Be It Resolved: Lifestyle Changes for Patients Needing Cardiac Rehab May Be a Life or Death Matter
Cardiac rehab is underused in coronary heart disease patients needing to alter their behaviors. Treating physicians may need to up their game.
When the clock struck midnight on January 1st, countless individuals around the world resolved to eat better and get fitter in the New Year. But like the party hats, confetti, and deflated balloons cast aside in Times Square, the commitment to change is often swiftly abandoned. For the large number of people who have had a myocardial infarction or undergone coronary revascularization the previous year, however—not to mention patients with stable coronary disease or heart failure—changing how they live may be a life or death matter.
Each year, approximately 750,000 Americans have an MI, and more than 200,000 of these are recurrent events, according to the American Heart Association (AHA). Cardiac rehabilitation programs are specifically designed to prevent recurrences, yet just one in five eligible patients are referred and enrolled in such a program following a critical cardiovascular event.
|This is Part 2 of a 4-part series looking common New Year’s resolutions in relation to cardiovascular disease. See also our story on how alcohol helps and harms the heart, and on the cardiovascular consequences of acute stress.|
Gary Balady, MD (Boston University Medical Center, MA), authored the most recent scientific statement from the AHA on the core components of a cardiac rehabilitation and/or secondary prevention program. He told TCTMD that nowadays when a patient has an MI or coronary procedure, the in-patient stay is simply too short for adequate counselling. Over a span of 24 or 48 hours, patients have little opportunity to take in meaningful information about the lifestyle changes required after their event.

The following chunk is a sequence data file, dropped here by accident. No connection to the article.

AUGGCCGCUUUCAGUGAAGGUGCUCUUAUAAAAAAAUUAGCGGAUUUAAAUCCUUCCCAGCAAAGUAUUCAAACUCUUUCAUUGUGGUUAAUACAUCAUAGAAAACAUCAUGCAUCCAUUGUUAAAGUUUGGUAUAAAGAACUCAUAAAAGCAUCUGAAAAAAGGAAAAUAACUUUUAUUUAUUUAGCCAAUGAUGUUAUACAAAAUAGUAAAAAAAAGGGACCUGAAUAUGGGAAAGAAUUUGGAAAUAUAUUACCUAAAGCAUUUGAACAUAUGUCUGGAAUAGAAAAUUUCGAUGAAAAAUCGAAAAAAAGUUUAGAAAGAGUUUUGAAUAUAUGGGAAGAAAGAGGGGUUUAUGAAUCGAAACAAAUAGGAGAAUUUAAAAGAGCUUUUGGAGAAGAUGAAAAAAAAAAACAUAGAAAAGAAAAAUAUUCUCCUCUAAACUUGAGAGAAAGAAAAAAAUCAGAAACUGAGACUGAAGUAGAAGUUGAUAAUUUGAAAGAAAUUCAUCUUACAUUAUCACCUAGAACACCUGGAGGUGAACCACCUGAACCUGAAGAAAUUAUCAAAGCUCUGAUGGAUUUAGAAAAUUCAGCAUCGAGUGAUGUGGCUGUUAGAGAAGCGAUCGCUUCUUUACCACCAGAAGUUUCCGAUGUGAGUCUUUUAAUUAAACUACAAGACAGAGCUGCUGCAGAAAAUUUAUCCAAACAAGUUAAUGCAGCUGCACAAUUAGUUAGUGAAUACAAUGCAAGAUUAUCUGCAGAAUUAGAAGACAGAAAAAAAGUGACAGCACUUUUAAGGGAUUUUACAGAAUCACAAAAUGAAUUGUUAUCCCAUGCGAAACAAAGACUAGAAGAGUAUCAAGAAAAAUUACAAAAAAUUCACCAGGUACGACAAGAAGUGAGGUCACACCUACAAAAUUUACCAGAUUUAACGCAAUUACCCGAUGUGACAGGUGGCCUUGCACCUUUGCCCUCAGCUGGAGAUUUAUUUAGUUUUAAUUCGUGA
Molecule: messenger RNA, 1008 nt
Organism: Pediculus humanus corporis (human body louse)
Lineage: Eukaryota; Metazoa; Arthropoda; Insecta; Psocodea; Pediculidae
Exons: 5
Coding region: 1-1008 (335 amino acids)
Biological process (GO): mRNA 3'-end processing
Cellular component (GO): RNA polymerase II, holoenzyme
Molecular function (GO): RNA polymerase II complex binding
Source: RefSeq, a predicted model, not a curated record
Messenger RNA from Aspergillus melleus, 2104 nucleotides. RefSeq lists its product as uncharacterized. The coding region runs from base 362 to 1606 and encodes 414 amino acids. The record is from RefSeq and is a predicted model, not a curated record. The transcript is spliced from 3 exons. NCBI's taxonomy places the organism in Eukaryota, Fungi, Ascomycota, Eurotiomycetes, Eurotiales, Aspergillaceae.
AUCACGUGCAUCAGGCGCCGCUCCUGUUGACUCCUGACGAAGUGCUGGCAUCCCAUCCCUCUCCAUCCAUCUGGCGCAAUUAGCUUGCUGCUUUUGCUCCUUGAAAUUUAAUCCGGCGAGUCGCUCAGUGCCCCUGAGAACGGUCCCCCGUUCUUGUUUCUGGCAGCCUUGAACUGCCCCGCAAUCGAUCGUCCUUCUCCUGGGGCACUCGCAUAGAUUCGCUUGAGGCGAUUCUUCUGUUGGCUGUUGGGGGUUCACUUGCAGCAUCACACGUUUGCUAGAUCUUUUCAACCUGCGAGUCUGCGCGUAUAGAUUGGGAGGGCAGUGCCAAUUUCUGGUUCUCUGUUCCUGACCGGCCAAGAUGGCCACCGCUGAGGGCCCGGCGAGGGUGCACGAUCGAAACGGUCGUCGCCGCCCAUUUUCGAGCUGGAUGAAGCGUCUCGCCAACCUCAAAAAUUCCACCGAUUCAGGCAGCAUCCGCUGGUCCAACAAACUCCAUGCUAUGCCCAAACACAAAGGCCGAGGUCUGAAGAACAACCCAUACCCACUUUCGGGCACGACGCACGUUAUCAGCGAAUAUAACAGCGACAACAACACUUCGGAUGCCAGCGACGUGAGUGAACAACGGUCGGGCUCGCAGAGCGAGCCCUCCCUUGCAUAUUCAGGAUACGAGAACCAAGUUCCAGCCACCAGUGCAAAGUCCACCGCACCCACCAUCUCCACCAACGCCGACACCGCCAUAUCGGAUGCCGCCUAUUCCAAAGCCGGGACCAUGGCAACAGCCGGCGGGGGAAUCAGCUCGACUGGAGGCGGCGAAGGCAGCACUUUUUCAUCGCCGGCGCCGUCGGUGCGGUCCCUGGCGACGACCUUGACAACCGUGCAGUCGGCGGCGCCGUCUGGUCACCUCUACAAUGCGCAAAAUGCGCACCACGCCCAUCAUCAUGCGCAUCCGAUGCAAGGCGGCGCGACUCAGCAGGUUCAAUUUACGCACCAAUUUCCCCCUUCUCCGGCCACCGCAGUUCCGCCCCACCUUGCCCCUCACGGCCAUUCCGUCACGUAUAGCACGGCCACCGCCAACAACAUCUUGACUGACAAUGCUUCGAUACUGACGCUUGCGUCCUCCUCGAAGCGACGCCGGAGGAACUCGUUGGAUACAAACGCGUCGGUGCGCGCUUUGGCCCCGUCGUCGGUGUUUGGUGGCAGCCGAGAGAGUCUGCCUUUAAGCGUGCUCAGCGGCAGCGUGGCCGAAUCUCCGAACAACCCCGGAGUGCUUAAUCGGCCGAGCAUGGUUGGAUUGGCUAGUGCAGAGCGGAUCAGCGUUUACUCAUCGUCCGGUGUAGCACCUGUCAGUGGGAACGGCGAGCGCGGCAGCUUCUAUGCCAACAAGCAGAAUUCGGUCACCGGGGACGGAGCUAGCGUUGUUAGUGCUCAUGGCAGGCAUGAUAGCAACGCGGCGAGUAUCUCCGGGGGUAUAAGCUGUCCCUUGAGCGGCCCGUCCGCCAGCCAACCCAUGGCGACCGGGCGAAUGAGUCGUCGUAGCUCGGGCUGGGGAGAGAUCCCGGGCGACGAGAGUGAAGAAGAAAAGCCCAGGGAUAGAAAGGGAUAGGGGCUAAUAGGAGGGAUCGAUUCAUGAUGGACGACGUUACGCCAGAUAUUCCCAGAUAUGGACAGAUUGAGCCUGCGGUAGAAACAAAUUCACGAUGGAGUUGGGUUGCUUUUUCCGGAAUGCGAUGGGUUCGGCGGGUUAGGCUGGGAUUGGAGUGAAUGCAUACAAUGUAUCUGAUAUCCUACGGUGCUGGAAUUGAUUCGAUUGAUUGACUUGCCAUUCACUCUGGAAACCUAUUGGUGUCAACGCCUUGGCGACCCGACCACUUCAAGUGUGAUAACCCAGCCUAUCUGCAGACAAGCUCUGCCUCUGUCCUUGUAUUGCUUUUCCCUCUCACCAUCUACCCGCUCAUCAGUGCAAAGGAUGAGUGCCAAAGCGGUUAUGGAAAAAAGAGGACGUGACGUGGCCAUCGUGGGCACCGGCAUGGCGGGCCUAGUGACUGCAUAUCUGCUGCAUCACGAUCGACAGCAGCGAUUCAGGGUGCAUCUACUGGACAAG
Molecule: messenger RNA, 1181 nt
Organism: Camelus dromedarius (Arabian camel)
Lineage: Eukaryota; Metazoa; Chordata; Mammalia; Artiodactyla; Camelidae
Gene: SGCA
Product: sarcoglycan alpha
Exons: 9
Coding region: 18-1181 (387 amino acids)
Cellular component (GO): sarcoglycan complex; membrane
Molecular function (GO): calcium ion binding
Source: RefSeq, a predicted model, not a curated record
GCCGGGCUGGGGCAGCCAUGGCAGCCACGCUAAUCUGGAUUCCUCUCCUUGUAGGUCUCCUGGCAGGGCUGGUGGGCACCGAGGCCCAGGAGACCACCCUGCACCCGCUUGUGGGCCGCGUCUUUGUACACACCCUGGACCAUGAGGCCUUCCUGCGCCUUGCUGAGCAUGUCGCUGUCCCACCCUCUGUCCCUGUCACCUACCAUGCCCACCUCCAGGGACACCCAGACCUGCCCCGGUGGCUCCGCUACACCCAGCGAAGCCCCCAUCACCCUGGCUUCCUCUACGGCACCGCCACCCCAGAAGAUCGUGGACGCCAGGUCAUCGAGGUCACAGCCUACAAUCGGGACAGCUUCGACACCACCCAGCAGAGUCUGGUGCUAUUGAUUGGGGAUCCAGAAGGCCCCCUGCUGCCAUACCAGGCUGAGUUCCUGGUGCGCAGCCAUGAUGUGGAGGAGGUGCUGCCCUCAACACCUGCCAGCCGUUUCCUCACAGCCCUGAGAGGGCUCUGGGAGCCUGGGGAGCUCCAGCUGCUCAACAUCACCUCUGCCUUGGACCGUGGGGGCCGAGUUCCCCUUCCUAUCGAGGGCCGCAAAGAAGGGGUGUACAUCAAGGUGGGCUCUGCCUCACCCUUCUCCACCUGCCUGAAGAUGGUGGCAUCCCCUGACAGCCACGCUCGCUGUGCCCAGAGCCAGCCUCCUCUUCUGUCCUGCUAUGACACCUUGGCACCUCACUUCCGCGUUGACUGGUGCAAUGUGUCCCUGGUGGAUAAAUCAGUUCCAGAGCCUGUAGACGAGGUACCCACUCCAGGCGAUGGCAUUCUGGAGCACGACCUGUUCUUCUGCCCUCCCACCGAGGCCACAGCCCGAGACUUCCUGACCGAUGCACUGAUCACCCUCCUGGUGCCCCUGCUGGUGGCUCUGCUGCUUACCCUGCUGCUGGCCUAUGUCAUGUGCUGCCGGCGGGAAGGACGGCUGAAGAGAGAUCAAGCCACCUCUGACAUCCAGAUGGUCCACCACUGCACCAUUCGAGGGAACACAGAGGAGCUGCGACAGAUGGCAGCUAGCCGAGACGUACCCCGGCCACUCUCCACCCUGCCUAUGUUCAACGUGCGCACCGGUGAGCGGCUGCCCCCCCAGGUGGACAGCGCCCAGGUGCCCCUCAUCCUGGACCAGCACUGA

“By the time the patient recovers from their heart attack or valve surgery, they are about ready to go,” he said. “There is almost no time for that inpatient teaching to go on. It’s really up to the people providing outpatient care, and that’s where cardiac rehab is very helpful.”
Gordon Huggins, MD (Tufts Medical Center, Boston, MA), agrees. One of the benefits of modern care, he told TCTMD, is that cardiologists have become so successful in treating coronary artery disease that the patient is less likely to become disabled following an MI and more likely to spend less time in the hospital. Whereas a stay in the cardiovascular care unit was once as long as 10 days or 2 weeks—giving time to educate patients on necessary lifestyle changes—people are now often back to work in a couple of days.
“Paradoxically we’re sometimes the victims of our own success,” said Huggins. “[Patients] can continue to work, and then they need to get the time off work to get to cardiac rehab, and some of them can’t get that time off. There’s work barriers, childcare barriers, transportation barriers. There are many, many reasons why participation [in cardiac rehab] is limited.”
Compliance to Meds, Nutritional Advice, and Getting Active
Core components of a cardiac rehabilitation/secondary prevention program include the initial patient assessment, counseling on nutrition and physical activity, tobacco cessation, and the management of blood pressure, lipids, diabetes, and psychological and social factors.